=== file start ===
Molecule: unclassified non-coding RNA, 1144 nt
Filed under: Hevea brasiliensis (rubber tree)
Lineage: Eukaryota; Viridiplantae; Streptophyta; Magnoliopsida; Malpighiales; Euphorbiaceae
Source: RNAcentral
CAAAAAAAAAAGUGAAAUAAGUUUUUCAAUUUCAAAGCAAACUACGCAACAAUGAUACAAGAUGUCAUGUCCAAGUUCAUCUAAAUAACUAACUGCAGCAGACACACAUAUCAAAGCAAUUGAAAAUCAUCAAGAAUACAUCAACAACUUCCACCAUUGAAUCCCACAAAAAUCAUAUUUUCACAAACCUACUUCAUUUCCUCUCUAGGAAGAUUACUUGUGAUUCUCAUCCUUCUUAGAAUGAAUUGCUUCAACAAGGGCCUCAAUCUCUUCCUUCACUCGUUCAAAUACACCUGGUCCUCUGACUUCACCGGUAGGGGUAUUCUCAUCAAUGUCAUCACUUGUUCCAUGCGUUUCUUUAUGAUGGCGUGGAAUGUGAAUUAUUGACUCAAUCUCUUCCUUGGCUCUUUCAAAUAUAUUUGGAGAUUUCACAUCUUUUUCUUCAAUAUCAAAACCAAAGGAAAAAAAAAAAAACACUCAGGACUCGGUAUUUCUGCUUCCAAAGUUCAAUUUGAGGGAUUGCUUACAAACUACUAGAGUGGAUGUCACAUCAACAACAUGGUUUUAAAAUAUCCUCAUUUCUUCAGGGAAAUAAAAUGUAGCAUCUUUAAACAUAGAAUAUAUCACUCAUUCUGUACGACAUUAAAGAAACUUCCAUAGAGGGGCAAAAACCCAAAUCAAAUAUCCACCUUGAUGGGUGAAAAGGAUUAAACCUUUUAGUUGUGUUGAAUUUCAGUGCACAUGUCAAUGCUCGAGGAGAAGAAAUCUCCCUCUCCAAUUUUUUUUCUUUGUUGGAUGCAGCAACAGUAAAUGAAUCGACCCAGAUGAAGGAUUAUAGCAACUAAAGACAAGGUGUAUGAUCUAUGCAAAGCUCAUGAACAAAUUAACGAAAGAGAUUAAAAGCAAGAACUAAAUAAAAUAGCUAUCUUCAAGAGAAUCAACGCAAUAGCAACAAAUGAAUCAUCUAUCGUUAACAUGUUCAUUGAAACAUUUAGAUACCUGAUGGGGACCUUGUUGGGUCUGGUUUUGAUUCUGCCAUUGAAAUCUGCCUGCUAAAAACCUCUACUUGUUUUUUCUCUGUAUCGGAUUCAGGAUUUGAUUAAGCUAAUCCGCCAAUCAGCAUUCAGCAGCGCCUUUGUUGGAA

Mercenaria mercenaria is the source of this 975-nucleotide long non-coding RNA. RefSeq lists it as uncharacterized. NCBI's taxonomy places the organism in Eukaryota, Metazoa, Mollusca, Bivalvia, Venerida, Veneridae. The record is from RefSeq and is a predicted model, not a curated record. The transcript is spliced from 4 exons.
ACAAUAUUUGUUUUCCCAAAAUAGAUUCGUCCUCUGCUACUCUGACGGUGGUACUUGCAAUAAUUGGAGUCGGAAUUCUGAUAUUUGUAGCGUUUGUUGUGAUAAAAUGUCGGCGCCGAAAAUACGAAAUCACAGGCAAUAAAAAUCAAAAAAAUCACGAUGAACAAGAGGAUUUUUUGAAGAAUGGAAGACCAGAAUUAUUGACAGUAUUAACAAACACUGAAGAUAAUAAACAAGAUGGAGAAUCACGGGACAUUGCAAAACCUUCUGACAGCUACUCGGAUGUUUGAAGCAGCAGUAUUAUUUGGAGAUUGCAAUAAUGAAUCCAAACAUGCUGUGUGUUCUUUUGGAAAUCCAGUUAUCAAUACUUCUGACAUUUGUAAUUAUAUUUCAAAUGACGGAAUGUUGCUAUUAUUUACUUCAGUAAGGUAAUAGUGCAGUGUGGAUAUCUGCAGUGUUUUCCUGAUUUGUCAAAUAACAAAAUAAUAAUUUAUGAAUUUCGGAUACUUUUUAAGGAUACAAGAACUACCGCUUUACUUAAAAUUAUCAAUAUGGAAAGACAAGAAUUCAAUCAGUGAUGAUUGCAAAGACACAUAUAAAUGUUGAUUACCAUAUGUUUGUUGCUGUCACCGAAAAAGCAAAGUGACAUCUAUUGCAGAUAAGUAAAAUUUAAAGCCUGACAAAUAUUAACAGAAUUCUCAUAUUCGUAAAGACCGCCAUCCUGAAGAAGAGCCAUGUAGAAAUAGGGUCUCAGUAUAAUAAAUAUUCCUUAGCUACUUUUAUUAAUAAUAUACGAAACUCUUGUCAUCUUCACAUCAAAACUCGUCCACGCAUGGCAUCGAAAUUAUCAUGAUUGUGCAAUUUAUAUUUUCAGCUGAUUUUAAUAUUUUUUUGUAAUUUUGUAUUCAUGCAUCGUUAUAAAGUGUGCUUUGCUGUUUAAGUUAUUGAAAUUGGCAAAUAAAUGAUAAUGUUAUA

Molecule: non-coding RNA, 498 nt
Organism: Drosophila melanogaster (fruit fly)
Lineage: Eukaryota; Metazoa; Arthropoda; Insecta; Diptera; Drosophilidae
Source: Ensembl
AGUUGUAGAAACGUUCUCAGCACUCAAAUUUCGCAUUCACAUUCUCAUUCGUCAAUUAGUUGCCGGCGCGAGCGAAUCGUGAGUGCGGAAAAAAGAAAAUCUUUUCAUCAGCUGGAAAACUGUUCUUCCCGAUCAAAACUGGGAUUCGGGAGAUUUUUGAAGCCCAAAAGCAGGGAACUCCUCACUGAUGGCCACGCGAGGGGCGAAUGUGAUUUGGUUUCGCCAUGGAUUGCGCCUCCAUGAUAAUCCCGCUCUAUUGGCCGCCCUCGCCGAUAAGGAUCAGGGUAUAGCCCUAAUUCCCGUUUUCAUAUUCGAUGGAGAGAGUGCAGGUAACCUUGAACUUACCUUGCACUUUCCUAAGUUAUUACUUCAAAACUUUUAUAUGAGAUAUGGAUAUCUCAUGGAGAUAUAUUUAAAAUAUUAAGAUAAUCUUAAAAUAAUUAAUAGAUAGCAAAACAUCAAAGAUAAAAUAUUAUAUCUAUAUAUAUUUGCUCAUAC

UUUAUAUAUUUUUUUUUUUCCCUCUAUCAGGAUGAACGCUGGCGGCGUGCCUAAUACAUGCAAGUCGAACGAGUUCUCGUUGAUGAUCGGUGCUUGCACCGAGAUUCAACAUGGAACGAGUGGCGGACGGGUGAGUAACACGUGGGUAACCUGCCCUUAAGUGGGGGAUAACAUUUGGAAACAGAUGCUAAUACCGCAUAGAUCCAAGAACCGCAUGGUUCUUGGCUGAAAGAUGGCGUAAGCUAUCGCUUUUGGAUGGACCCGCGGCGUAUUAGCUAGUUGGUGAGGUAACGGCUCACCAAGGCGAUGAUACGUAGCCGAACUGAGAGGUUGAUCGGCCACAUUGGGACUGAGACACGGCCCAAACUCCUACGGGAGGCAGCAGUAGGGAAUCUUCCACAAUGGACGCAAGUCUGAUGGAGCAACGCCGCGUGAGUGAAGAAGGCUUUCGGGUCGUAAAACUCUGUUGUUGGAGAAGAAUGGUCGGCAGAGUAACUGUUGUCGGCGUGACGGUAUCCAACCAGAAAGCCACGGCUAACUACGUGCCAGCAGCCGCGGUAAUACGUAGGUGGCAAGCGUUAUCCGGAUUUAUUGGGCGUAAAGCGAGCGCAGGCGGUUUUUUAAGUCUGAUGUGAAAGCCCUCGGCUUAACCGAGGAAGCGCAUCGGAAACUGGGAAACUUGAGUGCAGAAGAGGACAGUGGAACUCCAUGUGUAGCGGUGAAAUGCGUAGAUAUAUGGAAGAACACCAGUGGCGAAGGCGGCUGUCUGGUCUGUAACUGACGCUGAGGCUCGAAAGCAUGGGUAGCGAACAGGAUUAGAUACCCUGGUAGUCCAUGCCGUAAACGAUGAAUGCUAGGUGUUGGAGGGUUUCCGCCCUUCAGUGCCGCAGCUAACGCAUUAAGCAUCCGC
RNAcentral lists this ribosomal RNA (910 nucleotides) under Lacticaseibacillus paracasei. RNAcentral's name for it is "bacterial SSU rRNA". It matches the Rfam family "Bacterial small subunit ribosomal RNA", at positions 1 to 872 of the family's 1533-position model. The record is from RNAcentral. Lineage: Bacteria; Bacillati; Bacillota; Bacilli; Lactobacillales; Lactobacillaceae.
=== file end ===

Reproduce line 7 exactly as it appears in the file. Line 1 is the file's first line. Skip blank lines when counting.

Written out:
ACAAUAUUUGUUUUCCCAAAAUAGAUUCGUCCUCUGCUACUCUGACGGUGGUACUUGCAAUAAUUGGAGUCGGAAUUCUGAUAUUUGUAGCGUUUGUUGUGAUAAAAUGUCGGCGCCGAAAAUACGAAAUCACAGGCAAUAAAAAUCAAAAAAAUCACGAUGAACAAGAGGAUUUUUUGAAGAAUGGAAGACCAGAAUUAUUGACAGUAUUAACAAACACUGAAGAUAAUAAACAAGAUGGAGAAUCACGGGACAUUGCAAAACCUUCUGACAGCUACUCGGAUGUUUGAAGCAGCAGUAUUAUUUGGAGAUUGCAAUAAUGAAUCCAAACAUGCUGUGUGUUCUUUUGGAAAUCCAGUUAUCAAUACUUCUGACAUUUGUAAUUAUAUUUCAAAUGACGGAAUGUUGCUAUUAUUUACUUCAGUAAGGUAAUAGUGCAGUGUGGAUAUCUGCAGUGUUUUCCUGAUUUGUCAAAUAACAAAAUAAUAAUUUAUGAAUUUCGGAUACUUUUUAAGGAUACAAGAACUACCGCUUUACUUAAAAUUAUCAAUAUGGAAAGACAAGAAUUCAAUCAGUGAUGAUUGCAAAGACACAUAUAAAUGUUGAUUACCAUAUGUUUGUUGCUGUCACCGAAAAAGCAAAGUGACAUCUAUUGCAGAUAAGUAAAAUUUAAAGCCUGACAAAUAUUAACAGAAUUCUCAUAUUCGUAAAGACCGCCAUCCUGAAGAAGAGCCAUGUAGAAAUAGGGUCUCAGUAUAAUAAAUAUUCCUUAGCUACUUUUAUUAAUAAUAUACGAAACUCUUGUCAUCUUCACAUCAAAACUCGUCCACGCAUGGCAUCGAAAUUAUCAUGAUUGUGCAAUUUAUAUUUUCAGCUGAUUUUAAUAUUUUUUUGUAAUUUUGUAUUCAUGCAUCGUUAUAAAGUGUGCUUUGCUGUUUAAGUUAUUGAAAUUGGCAAAUAAAUGAUAAUGUUAUA